In celebration of the 80th anniversary of Batman and the 30th anniversary of the release of Tim Burton’s first Batman film, I am taking a look at my own Bat-fandom, focusing specifically on Mark Cotta Vaz’s 1989 book Tales of the Dark Knight: Batman’s First Fifty Years, 1939-1989. I cover what’s in the book as well as talk about my Batman origin story and why this book was so important to my fandom.
“Operation Chicken Lips” continues in issue #71 of The ‘Nam as journalist Ed Marks tries to help out the firebase he escaped in the previous issue. It’s “Return to Brass Hat” by Don Lomax and Wayne Vansant. Plus, I take a look at April 1972 and also review Lynda Van Devanter’s memoir Home Before Morning.
It’s an all-star “live” episode as I get the chance to sit down with Professor Alan and Stella and then Stella herself and talk about topics random and geeky! Enjoy such conversations as the novels of Thomas Hardy, DC Rebirth, the Human League, Bat-splaining, and Mad Men. Plus, LISTENER FEEDBACK!!!
Show notes and pictures are available at Pop Culture Affidavit, which is also where you can see regular weekly blog entries about the randomness that is pop culture.
It’s literally a literary episode of Pop Culture Affidavit as Professor Alan from the Relatively Geekly Network (Shortbox Showcase, Quarter Bin Podcast) joins me to talk about books and movies; specifically, adaptation. We get into what makes a good adaptation, what makes a bad adaptation, talk about movies based on books that we love and hate, and even discuss what books we’d like to see and not see made into films (with a little tangent conversation about television).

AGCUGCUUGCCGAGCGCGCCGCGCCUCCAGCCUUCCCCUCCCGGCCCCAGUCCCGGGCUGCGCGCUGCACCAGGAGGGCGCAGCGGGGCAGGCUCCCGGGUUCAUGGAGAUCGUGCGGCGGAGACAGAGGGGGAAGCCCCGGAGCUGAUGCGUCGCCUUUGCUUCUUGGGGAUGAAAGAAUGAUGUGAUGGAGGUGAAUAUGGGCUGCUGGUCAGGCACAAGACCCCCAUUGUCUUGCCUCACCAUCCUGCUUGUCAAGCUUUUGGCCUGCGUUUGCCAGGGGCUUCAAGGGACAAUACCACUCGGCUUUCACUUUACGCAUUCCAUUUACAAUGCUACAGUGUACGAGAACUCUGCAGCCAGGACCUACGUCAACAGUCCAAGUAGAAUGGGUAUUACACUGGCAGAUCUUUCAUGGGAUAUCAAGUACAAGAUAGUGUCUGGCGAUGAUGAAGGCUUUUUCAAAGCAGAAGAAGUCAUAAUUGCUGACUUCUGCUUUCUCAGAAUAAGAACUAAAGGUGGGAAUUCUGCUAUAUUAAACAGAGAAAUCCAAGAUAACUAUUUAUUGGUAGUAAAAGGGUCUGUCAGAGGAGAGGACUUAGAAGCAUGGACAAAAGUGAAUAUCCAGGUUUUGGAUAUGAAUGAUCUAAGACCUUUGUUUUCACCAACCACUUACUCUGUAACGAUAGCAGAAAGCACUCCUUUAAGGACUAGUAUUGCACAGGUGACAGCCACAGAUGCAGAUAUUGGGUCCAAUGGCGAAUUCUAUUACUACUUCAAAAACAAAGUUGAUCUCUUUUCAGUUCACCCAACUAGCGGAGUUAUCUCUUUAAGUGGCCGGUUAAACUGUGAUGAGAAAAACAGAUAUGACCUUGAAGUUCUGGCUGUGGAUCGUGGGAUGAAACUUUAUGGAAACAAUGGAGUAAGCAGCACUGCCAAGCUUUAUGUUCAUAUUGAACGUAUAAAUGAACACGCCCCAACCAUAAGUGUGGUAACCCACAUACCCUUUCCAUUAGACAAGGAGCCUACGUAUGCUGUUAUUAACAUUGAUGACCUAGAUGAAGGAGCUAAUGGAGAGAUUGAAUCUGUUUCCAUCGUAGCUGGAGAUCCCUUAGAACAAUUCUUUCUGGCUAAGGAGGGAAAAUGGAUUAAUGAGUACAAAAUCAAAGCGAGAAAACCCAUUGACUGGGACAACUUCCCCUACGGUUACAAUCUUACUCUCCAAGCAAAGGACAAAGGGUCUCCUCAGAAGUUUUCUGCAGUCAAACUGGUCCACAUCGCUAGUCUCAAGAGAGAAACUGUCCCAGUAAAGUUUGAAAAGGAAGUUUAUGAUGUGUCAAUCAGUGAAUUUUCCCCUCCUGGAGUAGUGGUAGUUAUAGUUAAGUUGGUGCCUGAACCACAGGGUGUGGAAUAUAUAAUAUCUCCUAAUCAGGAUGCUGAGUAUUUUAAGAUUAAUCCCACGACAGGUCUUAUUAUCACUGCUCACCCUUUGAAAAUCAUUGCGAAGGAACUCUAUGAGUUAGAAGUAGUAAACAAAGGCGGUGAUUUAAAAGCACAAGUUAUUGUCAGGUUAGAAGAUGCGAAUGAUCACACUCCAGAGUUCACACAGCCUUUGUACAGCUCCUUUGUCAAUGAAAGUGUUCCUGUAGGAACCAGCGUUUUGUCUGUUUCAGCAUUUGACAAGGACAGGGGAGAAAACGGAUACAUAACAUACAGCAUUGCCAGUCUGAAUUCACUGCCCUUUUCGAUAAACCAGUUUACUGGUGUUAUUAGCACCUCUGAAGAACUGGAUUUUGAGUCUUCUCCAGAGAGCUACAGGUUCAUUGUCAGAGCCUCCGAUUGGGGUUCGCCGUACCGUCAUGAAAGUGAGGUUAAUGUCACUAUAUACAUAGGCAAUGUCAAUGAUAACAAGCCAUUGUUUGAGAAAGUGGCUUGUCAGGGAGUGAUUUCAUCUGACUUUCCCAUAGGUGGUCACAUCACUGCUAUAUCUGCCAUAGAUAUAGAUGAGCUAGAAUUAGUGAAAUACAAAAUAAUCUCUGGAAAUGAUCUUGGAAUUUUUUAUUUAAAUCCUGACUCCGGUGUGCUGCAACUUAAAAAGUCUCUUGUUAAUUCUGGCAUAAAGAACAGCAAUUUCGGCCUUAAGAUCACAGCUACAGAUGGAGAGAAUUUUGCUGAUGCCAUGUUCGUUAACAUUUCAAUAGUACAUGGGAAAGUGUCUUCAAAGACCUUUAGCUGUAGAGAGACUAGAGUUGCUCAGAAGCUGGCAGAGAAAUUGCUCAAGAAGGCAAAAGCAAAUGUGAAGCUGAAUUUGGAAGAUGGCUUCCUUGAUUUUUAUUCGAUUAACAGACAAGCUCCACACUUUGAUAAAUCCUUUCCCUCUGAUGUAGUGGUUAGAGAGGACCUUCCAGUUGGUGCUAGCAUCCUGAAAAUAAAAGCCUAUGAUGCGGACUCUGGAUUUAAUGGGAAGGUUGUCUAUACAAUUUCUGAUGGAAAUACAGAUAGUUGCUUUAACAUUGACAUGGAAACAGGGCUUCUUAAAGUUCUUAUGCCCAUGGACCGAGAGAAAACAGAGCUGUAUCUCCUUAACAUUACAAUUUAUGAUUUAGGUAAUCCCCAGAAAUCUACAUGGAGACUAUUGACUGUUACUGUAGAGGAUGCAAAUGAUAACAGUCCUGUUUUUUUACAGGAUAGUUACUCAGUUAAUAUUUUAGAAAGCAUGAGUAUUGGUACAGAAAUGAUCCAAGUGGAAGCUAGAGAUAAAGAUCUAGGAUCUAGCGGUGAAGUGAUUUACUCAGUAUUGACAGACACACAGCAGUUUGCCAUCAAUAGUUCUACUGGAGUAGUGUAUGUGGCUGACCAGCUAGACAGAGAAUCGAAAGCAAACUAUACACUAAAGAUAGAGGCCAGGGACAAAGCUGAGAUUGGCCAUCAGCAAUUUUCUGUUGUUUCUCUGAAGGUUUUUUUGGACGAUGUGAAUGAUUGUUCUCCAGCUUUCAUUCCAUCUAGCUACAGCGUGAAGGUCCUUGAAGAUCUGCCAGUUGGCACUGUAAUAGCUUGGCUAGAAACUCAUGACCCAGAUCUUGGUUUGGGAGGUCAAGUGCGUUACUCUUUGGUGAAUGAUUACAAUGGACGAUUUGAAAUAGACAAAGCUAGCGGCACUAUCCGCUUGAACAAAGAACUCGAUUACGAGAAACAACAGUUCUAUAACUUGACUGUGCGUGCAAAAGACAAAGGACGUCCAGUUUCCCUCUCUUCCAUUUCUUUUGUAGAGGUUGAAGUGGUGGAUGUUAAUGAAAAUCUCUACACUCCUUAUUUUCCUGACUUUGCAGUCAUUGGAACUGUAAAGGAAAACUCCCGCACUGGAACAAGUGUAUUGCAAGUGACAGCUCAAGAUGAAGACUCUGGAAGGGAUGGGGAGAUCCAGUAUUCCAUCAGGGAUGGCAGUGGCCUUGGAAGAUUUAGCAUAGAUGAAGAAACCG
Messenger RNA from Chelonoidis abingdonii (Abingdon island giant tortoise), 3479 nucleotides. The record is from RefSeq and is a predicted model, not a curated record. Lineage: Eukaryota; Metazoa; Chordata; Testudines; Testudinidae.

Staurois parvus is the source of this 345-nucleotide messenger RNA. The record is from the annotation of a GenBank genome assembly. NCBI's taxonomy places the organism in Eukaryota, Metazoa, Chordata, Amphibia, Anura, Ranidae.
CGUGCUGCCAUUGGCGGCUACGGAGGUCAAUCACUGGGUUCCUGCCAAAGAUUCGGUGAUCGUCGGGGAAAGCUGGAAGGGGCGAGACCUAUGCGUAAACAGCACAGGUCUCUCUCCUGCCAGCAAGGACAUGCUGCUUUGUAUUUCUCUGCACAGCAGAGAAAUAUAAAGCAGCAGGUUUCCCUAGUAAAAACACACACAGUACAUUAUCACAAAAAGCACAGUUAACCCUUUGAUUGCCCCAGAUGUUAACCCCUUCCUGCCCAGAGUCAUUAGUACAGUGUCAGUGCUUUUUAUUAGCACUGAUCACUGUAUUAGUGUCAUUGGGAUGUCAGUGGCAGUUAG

It’s National Banned Books Week and this time out I take a quick look at censorship, challenged and banned books, challenged and banned comics, the Comic Book Legal Defense Fund, and why and how censorship of this sort still exists.
One hundred years ago, the world went to war. After living through the war, a German soldier and writer named Erich Maria Remarque took his experiences and wrote them into a novel, All Quiet on the Western Front. In this episode, I take a break from the Vietnam War and look back at Remarque’s World War I novel, giving it a full synopsis and review, then taking a look at two movie versions, and spending time on the poetry and songs of the First World War Era.